Hundreds of thousands of residents in Iowa’s three largest cities remained without electricity Wednesday, two days after a rare wind storm that hit the Midwest devastated the state’s power grid, flattened valuable corn fields and killed two people.
Major parts of Iowa suffered outages Monday as straight-line winds toppled trees, snapped poles and downed power lines. The storm known as a derecho had winds of up to 112 mph near Cedar Rapids, as powerful as an inland hurricane, as it tore from eastern Nebraska across Iowa and parts of Wisconsin, Indiana and Illinois, including Chicago and its suburbs.
Crews have been working around the clock to restore electricity, but they’ve been hindered by large trees that are blocking many roads and sitting on top of power lines. Those trees must be removed before power can be restored.
Iowa’s three largest metropolitan areas of Des Moines, Cedar Rapids and Davenport still had widespread outages as of Wednesday morning. Other cities including Marshalltown and Clinton were also hard hit by the derecho, which produces winds that come across in a line and can spread damage over a large area more like an inland hurricane than a quick more powerful tornado.
Alliant Energy said about 180,000 of its customers are without power, about half of which are in the Cedar Rapids area. MidAmerican Energy said about 120,000 of its Iowa customers remain without power, more than half them in the Des Moines area.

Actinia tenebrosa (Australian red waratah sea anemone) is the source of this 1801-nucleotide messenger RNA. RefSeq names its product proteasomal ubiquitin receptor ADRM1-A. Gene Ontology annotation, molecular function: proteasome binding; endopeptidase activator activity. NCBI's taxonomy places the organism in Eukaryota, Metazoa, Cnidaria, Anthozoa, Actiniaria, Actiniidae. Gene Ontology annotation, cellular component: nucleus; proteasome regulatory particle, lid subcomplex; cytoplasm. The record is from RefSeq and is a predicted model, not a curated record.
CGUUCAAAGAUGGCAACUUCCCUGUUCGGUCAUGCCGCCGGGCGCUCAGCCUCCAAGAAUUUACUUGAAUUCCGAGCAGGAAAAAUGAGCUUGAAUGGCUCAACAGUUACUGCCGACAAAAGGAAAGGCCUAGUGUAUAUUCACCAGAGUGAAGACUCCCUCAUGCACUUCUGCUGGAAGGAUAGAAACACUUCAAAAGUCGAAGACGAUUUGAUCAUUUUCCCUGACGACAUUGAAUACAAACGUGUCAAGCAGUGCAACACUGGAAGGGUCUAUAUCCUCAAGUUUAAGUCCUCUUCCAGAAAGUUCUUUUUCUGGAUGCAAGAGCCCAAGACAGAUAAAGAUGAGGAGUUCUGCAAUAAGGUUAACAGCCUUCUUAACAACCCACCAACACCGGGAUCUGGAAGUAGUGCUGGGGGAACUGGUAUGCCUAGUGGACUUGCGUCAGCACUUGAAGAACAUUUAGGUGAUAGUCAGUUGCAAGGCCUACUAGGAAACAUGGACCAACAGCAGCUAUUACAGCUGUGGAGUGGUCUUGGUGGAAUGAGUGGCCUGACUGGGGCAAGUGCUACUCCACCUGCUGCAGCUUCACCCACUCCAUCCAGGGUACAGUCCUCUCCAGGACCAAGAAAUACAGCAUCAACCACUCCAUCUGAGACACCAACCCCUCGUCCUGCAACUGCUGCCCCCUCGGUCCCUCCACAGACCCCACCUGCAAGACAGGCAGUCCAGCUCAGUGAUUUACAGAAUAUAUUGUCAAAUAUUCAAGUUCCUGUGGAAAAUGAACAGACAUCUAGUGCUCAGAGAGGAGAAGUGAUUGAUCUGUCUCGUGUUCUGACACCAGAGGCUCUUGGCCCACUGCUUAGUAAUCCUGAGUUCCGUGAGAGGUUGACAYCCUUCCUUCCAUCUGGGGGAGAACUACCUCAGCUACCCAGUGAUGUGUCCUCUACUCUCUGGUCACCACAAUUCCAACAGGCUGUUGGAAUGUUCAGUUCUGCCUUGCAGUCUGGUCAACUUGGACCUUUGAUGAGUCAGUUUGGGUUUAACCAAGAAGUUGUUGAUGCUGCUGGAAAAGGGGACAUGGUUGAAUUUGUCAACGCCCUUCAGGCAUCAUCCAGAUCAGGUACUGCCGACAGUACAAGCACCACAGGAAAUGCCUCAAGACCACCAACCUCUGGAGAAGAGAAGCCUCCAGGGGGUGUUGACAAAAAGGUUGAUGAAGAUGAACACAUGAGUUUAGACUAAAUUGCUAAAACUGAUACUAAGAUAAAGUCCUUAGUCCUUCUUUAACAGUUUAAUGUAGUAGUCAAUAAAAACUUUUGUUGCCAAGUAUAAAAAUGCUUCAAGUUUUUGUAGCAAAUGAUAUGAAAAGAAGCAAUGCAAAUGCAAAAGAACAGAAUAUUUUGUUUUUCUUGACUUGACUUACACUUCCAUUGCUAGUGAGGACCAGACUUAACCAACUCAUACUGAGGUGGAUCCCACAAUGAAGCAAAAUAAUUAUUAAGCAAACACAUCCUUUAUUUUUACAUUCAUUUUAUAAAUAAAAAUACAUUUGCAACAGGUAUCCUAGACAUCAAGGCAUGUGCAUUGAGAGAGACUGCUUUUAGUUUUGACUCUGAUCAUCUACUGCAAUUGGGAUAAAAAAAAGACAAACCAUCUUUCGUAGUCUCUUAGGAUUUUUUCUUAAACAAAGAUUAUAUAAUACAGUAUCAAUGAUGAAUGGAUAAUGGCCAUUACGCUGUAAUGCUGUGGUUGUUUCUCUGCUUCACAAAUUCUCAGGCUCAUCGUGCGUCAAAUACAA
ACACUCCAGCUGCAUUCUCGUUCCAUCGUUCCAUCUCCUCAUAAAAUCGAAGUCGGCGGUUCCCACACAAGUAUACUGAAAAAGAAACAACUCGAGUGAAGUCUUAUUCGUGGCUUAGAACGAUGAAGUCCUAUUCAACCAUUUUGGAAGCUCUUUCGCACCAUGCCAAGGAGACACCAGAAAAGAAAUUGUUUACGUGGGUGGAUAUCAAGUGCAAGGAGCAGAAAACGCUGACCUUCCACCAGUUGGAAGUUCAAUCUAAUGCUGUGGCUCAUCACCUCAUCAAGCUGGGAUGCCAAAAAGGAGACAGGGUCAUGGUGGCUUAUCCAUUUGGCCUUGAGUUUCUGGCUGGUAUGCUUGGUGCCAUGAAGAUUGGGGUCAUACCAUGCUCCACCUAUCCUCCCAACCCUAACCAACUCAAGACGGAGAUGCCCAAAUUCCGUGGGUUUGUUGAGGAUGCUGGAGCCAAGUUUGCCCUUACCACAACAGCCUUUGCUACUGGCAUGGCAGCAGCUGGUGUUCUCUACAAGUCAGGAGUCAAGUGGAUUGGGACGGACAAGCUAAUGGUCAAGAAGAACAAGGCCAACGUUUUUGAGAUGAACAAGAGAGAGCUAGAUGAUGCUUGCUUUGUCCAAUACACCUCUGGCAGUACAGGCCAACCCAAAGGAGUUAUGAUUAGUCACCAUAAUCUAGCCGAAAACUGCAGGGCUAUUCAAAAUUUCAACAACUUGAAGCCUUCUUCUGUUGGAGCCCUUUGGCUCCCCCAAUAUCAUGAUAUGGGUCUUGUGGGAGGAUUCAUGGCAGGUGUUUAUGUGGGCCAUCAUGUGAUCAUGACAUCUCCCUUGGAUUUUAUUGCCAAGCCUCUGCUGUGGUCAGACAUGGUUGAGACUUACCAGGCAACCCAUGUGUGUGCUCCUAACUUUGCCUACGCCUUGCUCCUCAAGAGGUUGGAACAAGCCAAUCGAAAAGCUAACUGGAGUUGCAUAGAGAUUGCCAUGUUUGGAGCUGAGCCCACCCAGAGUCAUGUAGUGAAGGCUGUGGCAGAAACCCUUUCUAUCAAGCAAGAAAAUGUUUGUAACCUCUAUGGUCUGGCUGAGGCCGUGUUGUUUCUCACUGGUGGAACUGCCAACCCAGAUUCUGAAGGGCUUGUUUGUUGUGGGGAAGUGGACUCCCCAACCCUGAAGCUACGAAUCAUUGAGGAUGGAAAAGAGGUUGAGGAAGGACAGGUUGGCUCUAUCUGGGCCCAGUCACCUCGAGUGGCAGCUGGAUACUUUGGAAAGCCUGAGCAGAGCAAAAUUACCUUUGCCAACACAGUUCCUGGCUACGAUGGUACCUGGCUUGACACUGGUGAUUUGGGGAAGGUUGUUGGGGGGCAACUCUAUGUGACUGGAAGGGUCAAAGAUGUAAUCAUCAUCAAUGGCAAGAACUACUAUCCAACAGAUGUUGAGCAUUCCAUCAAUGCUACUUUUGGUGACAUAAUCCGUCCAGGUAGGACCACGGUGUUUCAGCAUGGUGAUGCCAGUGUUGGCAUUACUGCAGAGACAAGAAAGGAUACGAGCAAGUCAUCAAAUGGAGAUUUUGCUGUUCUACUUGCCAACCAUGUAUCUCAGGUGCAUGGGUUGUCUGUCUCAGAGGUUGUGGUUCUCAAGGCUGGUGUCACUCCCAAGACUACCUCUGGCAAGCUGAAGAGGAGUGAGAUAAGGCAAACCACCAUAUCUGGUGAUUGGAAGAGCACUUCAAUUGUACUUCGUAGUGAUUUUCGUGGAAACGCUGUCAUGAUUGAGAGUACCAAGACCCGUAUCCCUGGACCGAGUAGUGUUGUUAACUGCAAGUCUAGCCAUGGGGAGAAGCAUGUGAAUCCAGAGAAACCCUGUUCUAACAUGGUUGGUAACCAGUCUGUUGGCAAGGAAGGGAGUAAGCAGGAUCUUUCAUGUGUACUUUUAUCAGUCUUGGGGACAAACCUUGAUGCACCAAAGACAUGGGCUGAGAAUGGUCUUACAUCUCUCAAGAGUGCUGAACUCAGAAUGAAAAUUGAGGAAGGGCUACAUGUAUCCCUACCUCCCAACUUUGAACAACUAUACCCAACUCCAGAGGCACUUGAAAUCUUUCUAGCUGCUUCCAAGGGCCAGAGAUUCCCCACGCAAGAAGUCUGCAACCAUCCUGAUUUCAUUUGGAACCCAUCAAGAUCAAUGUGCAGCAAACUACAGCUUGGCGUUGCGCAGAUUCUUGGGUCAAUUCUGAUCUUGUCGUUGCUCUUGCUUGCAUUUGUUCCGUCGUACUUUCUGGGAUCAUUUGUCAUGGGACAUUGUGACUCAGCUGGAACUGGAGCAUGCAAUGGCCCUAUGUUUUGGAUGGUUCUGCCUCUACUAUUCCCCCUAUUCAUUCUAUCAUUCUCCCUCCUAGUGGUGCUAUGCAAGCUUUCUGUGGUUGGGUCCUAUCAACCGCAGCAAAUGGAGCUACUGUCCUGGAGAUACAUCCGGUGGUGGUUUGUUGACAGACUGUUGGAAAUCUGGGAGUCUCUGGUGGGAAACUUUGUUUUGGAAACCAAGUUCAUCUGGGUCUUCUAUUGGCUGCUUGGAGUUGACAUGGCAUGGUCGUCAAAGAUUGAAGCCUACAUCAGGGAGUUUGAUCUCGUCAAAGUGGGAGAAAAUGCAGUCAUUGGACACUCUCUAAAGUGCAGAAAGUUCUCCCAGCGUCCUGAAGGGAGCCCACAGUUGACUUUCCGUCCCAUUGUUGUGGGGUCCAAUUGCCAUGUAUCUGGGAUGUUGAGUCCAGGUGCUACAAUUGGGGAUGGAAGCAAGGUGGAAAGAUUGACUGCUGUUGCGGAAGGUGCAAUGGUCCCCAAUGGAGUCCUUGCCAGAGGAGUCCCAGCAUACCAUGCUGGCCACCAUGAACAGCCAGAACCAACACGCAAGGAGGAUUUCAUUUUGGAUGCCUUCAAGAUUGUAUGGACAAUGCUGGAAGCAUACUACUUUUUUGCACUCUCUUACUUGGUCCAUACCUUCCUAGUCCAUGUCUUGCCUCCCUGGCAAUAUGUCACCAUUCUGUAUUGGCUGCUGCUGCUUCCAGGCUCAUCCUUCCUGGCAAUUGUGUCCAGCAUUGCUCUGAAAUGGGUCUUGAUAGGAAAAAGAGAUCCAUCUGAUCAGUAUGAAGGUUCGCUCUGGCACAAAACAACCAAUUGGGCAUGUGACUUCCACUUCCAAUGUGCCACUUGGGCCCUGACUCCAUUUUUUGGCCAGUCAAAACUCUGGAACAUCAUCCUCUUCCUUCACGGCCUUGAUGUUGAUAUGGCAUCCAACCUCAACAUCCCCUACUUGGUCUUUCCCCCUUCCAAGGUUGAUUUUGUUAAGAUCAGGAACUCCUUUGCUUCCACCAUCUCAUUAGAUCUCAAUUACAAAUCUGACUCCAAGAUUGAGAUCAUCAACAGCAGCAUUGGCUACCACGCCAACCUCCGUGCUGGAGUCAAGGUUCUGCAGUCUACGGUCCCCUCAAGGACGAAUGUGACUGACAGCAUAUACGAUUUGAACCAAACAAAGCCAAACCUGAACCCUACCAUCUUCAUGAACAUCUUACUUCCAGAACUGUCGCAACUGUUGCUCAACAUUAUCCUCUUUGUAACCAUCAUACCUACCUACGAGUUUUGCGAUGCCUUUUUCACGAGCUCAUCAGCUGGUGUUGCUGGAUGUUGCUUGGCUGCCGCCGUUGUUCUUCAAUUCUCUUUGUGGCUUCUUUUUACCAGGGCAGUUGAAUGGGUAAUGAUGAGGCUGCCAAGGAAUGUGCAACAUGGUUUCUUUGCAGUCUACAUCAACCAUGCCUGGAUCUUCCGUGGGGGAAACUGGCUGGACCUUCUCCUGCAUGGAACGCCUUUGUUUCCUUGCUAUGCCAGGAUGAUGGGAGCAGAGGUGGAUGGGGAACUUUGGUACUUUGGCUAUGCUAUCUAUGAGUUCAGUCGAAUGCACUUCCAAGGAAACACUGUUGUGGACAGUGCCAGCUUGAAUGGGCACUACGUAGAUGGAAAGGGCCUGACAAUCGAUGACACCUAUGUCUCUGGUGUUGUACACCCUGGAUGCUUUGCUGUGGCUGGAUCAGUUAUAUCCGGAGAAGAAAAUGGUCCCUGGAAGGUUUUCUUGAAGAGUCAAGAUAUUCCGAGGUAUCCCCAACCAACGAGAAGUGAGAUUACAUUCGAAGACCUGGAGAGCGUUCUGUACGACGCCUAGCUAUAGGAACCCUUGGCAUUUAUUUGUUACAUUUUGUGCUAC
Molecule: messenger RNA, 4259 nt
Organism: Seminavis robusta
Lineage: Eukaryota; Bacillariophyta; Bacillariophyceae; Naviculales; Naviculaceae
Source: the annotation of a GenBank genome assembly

Mediacom said Wednesday that it has restored internet service to about half of the 340,000 customers that were offline a day earlier in Iowa, Illinois and Indiana. But many others may be without service until their power is restored, a process that could still take multiple days in places.
The storm caused extensive crop damage in the nation’s No. 1 corn producing state as it tore across Iowa’s center from west to east.
Iowa Secretary of Agriculture Mike Naig said Tuesday that about 10 million acres of Iowa’s nearly 31 million acres of agriculture land sustained damage. About 24 million acres of that is land typically planted primarily in corn and soybeans.
In addition, tens of millions of bushels of grain that were stored at co-ops and on farms were damaged or destroyed as bins blew away.
Cedar Rapids said that 60 patients were treated at local hospitals for storm-related injuries.